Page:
This is the third in an essential series of Springer handbooks that explore key aspects of the nexus between demography and social science. With an inclusive international perspective, and founded on the principles of social demography, this handbook shows how the rural population, which recently dropped below 50 per cent of the world total, remains a vital segment of society living in proximity to much-needed developmental and amenity resources. The rich diversity of rural areas shapes the capacity of resident communities to address far-reaching social, environmental and ecomic challenges. Some will survive, become sustainable and even thrive, while others will suffer rapid depopulation. This handbook demonstrates how these future development trajectories will vary according to local characteristics including, but t limited to, population composition. The growing complexity of rural society is in part a product of significant international variations in population trends, making this comparative and comprehensive study of rural demography all the more relevant. Collating the latest research on international rural demography, the handbook will be an invaluable aid to policy makers as they try to understand how demographic dynamics depend on the ecomic, social and environmental characteristics of rural areas. It will also aid researchers assessing the unique factors at play in the rural context and endeavoring to produce meaningful results that will advance policy and scholarship. Finally, the handbook is an ideal text for graduate students in a spread of disciplines from sociology to international development.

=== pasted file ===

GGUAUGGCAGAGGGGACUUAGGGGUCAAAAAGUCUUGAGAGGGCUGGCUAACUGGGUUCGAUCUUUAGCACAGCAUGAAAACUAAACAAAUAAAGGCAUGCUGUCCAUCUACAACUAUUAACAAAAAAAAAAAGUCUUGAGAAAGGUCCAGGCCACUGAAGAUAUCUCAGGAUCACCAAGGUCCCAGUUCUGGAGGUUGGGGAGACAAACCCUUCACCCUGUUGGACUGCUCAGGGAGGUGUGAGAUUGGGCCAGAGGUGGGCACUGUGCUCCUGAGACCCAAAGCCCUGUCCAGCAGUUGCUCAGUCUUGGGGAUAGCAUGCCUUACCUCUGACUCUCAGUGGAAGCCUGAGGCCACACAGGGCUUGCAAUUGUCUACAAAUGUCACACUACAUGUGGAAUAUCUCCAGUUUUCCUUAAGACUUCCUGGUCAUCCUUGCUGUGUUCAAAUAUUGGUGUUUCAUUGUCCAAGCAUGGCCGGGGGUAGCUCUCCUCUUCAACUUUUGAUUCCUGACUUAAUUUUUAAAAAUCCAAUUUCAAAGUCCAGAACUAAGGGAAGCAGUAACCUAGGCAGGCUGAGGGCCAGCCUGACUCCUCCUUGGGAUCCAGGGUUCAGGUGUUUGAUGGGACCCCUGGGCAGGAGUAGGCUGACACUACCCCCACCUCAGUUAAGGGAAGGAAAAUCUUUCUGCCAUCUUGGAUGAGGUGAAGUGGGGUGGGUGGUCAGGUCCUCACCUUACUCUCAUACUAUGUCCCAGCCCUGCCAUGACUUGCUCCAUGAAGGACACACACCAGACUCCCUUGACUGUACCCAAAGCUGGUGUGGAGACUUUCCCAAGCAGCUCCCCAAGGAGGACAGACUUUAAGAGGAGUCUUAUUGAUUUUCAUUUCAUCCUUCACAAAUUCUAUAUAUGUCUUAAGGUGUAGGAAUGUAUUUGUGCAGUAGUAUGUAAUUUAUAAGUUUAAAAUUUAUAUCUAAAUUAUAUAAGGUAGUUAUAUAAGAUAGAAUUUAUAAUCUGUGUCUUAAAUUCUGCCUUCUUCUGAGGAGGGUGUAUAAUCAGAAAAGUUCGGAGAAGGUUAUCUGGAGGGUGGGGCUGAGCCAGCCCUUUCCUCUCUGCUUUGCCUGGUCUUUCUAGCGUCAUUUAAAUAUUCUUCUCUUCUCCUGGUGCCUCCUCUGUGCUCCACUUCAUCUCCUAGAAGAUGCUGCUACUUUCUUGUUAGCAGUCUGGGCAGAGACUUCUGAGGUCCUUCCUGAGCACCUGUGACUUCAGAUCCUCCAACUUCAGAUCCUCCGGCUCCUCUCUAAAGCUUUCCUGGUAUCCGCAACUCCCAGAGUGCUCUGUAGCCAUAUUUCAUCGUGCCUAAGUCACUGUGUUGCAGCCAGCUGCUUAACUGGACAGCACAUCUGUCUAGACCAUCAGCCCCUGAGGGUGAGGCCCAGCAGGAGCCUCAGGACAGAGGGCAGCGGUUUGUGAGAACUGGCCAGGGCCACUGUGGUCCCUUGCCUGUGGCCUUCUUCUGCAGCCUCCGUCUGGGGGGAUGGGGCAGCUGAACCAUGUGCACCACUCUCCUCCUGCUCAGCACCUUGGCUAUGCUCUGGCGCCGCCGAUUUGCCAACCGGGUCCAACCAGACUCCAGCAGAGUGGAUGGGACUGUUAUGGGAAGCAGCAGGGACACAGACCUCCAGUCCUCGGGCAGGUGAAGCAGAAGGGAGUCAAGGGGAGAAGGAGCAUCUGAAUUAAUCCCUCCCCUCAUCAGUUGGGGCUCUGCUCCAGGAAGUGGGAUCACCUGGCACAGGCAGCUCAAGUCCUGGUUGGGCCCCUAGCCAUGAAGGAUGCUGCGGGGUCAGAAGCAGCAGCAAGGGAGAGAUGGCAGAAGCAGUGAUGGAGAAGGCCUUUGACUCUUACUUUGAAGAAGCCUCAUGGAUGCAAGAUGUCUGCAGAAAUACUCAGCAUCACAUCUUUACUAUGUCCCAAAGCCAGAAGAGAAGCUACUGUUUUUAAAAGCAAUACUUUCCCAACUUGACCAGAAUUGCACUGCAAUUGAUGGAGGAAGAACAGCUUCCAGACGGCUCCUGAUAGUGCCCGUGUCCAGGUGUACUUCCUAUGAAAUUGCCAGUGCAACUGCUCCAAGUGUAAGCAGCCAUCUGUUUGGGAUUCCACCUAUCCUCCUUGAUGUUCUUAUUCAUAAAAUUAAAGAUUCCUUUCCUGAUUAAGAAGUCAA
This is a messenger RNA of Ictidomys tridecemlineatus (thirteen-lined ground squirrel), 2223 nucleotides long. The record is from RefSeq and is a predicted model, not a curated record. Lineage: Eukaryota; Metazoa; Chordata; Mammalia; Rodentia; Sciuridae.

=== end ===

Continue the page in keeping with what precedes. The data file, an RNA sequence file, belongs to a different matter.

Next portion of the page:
Dr. Laszlo J. Kulcsar is an Associate Professor of Sociology at the Department of Sociology, Anthropology and Social Work. His field of expertise is social demography and regional development, with a particular emphasis on migration, urbanization and spatial inequalities. He does research on population dynamics and social change in rural areas, focusing on two major trends: aging and the impact of natural resource use. Dr. Kulcsar participates in NSF funded interdisciplinary research programs that tie population projections to land use change and the transforming rural landscape in the Great Plains. He also studies the social and demographic transformation of Eastern Europe from a historical perspective, with a particular emphasis on the post-socialist period. Dr. Kulcsar teaches courses on social and spatial inequalities, population dynamics, aging, immigration and sociological methodology. Katherine J. Curtis University of Wisconsin-Madison Assistant Professor PhD, Sociology, University of Washington. Curtis work broadly addresses the demography of inequality. Her analytical approach aims to address spatial and temporal aspects of the demographic features underlying inequality-generating processes. Her work consistently engages multiple literatures across disciplines to gain greater substantive and technical insight. Curtis work has been published in the fields top journal and featured in special publications and conferences focusing on spatial demography.